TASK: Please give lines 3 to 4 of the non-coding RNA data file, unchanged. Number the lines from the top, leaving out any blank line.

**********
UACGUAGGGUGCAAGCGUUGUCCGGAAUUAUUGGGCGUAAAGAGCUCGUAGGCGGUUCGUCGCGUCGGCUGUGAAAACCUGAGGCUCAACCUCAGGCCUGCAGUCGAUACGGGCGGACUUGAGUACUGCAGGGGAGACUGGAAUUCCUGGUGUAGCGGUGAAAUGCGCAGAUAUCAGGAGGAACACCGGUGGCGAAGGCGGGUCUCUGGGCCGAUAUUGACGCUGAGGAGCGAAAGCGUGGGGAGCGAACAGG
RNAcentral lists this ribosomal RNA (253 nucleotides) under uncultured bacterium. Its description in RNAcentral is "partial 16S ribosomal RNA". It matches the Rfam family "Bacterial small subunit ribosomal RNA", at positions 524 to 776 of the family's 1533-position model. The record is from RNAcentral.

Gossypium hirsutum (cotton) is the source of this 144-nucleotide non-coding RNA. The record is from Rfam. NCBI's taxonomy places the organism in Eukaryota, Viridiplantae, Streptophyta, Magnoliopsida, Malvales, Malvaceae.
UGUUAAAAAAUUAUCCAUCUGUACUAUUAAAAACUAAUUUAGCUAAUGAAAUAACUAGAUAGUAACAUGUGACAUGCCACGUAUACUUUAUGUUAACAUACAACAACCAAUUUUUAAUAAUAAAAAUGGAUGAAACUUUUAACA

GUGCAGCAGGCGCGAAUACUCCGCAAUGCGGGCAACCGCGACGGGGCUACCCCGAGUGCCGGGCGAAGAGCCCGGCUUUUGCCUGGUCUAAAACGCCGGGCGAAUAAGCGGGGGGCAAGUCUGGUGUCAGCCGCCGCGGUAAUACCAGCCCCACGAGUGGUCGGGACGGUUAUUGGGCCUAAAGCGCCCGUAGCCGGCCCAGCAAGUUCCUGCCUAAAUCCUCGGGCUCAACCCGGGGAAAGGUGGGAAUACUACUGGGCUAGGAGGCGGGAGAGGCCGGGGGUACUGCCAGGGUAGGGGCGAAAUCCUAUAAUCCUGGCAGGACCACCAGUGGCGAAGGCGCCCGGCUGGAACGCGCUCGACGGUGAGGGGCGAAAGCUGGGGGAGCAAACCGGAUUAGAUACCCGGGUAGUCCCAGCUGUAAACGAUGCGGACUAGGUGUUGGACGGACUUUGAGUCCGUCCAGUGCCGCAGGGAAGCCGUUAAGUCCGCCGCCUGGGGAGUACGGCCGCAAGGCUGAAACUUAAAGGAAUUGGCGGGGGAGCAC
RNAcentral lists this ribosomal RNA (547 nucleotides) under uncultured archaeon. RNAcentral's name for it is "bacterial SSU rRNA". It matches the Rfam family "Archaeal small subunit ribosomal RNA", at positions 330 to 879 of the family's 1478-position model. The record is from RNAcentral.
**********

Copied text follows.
Gossypium hirsutum (cotton) is the source of this 144-nucleotide non-coding RNA. The record is from Rfam. NCBI's taxonomy places the organism in Eukaryota, Viridiplantae, Streptophyta, Magnoliopsida, Malvales, Malvaceae.
UGUUAAAAAAUUAUCCAUCUGUACUAUUAAAAACUAAUUUAGCUAAUGAAAUAACUAGAUAGUAACAUGUGACAUGCCACGUAUACUUUAUGUUAACAUACAACAACCAAUUUUUAAUAAUAAAAAUGGAUGAAACUUUUAACA